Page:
##        dsinv = np.linalg.inv(ds33+np.eye(*distxsample.shape)*ridgecoeff)
##        B = np.dot(dsinv,y[::k,:])
    def predict(self,x):
        '''predict new y values for a given array of explanatory variables'''
        self.xpredict = x
        distxpredict = self.kernel(x,self.x,scale=self.scale)
        self.ypredict = np.dot(distxpredict,self.parest)
        return self.ypredict

    def plot(self, y, plt=plt ):
        '''some basic plots'''
        #todo return proper graph handles
        plt.figure();
        plt.plot(self.x,self.y,'bo-',self.x,self.yest,'r.-')
        plt.title('sample (training) points')
        plt.figure()
        plt.plot(self.xpredict,y,'bo-',self.xpredict,self.ypredict,'r.-')
        plt.title('all points')
        
        

def example1():
    m,k = 500,4
    upper = 6
    scale=10
    xs1a = np.linspace(1,upper,m)[:,np.newaxis]
    xs1 = xs1a*np.ones((1,4)) + 1/(1.0+np.exp(np.random.randn(m,k)))
    xs1 /= np.std(xs1[::k,:],0)   # normalize scale, could use cov to normalize
    y1true = np.sum(np.sin(xs1)+np.sqrt(xs1),1)[:,np.newaxis]
    y1 = y1true + 0.250 * np.random.randn(m,1)

    stride = 2 #use only some points as trainig points e.g 2 means every 2nd
    gp1 = GaussProcess(xs1[::stride,:],y1[::stride,:], kernel=kernel_euclid,
                       ridgecoeff=1e-10)
    yhatr1 = gp1.predict(xs1)
    plt.figure()
    plt.plot(y1true, y1,'bo',y1true, yhatr1,'r.')
    plt.title('euclid kernel: true y versus noisy y and estimated y')
    plt.figure()
    plt.plot(y1,'bo-',y1true,'go-',yhatr1,'r.-')
    plt.title('euclid kernel: true (green), noisy (blue) and estimated (red) '+
              'observations')

    gp2 = GaussProcess(xs1[::stride,:],y1[::stride,:], kernel=kernel_rbf,
                       scale=scale, ridgecoeff=1e-1)
    yhatr2 = gp2.predict(xs1)
    plt.figure()
    plt.plot(y1true, y1,'bo',y1true, yhatr2,'r.')
    plt.title('rbf kernel: true versus noisy (blue) and estimated (red) observations')
    plt.figure()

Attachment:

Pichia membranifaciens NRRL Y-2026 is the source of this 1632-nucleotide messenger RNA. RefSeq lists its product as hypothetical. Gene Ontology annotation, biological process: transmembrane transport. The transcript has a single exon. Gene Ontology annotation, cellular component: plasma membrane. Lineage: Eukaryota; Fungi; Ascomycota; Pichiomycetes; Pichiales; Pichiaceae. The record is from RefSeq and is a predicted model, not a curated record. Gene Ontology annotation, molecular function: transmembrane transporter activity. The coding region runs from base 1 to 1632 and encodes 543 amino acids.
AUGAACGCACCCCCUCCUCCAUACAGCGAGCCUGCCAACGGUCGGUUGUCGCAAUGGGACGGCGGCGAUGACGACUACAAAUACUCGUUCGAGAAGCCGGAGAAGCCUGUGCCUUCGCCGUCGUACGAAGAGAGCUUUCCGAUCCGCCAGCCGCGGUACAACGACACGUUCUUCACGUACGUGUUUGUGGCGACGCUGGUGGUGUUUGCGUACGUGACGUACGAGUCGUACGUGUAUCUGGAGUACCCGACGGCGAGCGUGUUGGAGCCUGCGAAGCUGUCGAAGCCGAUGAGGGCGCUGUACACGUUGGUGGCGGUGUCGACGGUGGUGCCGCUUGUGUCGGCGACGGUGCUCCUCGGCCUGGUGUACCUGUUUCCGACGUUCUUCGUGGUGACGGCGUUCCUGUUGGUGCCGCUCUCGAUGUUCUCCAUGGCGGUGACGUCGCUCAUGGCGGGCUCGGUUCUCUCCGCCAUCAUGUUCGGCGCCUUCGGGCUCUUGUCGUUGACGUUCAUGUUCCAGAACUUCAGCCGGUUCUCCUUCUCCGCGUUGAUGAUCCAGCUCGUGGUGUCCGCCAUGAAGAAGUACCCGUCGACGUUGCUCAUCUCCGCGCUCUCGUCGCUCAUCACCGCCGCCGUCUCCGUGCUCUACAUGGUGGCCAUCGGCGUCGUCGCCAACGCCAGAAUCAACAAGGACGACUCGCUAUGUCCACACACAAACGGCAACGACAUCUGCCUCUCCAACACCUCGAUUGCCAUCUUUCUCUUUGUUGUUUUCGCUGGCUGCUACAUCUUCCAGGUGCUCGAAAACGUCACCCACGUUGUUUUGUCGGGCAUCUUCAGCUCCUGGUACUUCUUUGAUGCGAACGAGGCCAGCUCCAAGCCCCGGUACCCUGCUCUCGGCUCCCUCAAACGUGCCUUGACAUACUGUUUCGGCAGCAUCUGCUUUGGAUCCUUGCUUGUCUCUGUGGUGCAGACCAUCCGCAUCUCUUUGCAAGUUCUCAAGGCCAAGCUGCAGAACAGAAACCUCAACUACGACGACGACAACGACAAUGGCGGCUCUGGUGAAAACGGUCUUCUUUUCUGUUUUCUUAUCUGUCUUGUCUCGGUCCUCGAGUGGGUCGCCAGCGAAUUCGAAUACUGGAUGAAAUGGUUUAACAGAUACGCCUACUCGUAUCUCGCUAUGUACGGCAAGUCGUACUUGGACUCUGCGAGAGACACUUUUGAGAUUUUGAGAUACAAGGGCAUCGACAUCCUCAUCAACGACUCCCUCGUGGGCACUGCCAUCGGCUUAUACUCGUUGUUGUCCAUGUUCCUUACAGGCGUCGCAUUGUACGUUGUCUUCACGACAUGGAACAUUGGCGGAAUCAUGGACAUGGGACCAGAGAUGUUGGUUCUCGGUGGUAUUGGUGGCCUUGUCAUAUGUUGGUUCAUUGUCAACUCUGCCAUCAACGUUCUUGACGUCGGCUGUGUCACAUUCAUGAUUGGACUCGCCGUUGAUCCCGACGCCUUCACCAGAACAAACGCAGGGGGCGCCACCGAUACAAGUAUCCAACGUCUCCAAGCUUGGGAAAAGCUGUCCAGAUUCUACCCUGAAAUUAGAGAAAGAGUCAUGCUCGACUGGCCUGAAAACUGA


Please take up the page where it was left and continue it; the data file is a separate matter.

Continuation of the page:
plt.plot(y1,'bo-',y1true,'go-',yhatr2,'r.-')
    plt.title('rbf kernel: true (green), noisy (blue) and estimated (red) '+
              'observations')
    #gp2.plot(y1)


def example2(m=100, scale=0.01, stride=2):
    #m,k = 100,1
    upper = 6
    xs1 = np.linspace(1,upper,m)[:,np.newaxis]
    y1true = np.sum(np.sin(xs1**2),1)[:,np.newaxis]/xs1
    y1 = y1true + 0.05*np.random.randn(m,1)
    
    ridgecoeff = 1e-10
    #stride = 2 #use only some points as trainig points e.g 2 means every 2nd
    gp1 = GaussProcess(xs1[::stride,:],y1[::stride,:], kernel=kernel_euclid,
                       ridgecoeff=1e-10)
    yhatr1 = gp1.predict(xs1)
    plt.figure()
    plt.plot(y1true, y1,'bo',y1true, yhatr1,'r.')
    plt.title('euclid kernel: true versus noisy (blue) and estimated (red) observations')
    plt.figure()
    plt.plot(y1,'bo-',y1true,'go-',yhatr1,'r.-')
    plt.title('euclid kernel: true (green), noisy (blue) and estimated (red) '+
              'observations')

    gp2 = GaussProcess(xs1[::stride,:],y1[::stride,:], kernel=kernel_rbf,
                       scale=scale, ridgecoeff=1e-2)
    yhatr2 = gp2.predict(xs1)
    plt.figure()
    plt.plot(y1true, y1,'bo',y1true, yhatr2,'r.')
    plt.title('rbf kernel: true versus noisy (blue) and estimated (red) observations')
    plt.figure()
    plt.plot(y1,'bo-',y1true,'go-',yhatr2,'r.-')
    plt.title('rbf kernel: true (green), noisy (blue) and estimated (red) '+
              'observations')
    #gp2.plot(y1)

example2()
#example2(m=1000, scale=0.01)
#example2(m=100, scale=0.5)   # oversmoothing
#example2(m=2000, scale=0.005) # this looks good for rbf, zoom in
#example2(m=200, scale=0.01,stride=4)  
example1()
plt.show()
#plt_closeall()   # use this to close the open figure windows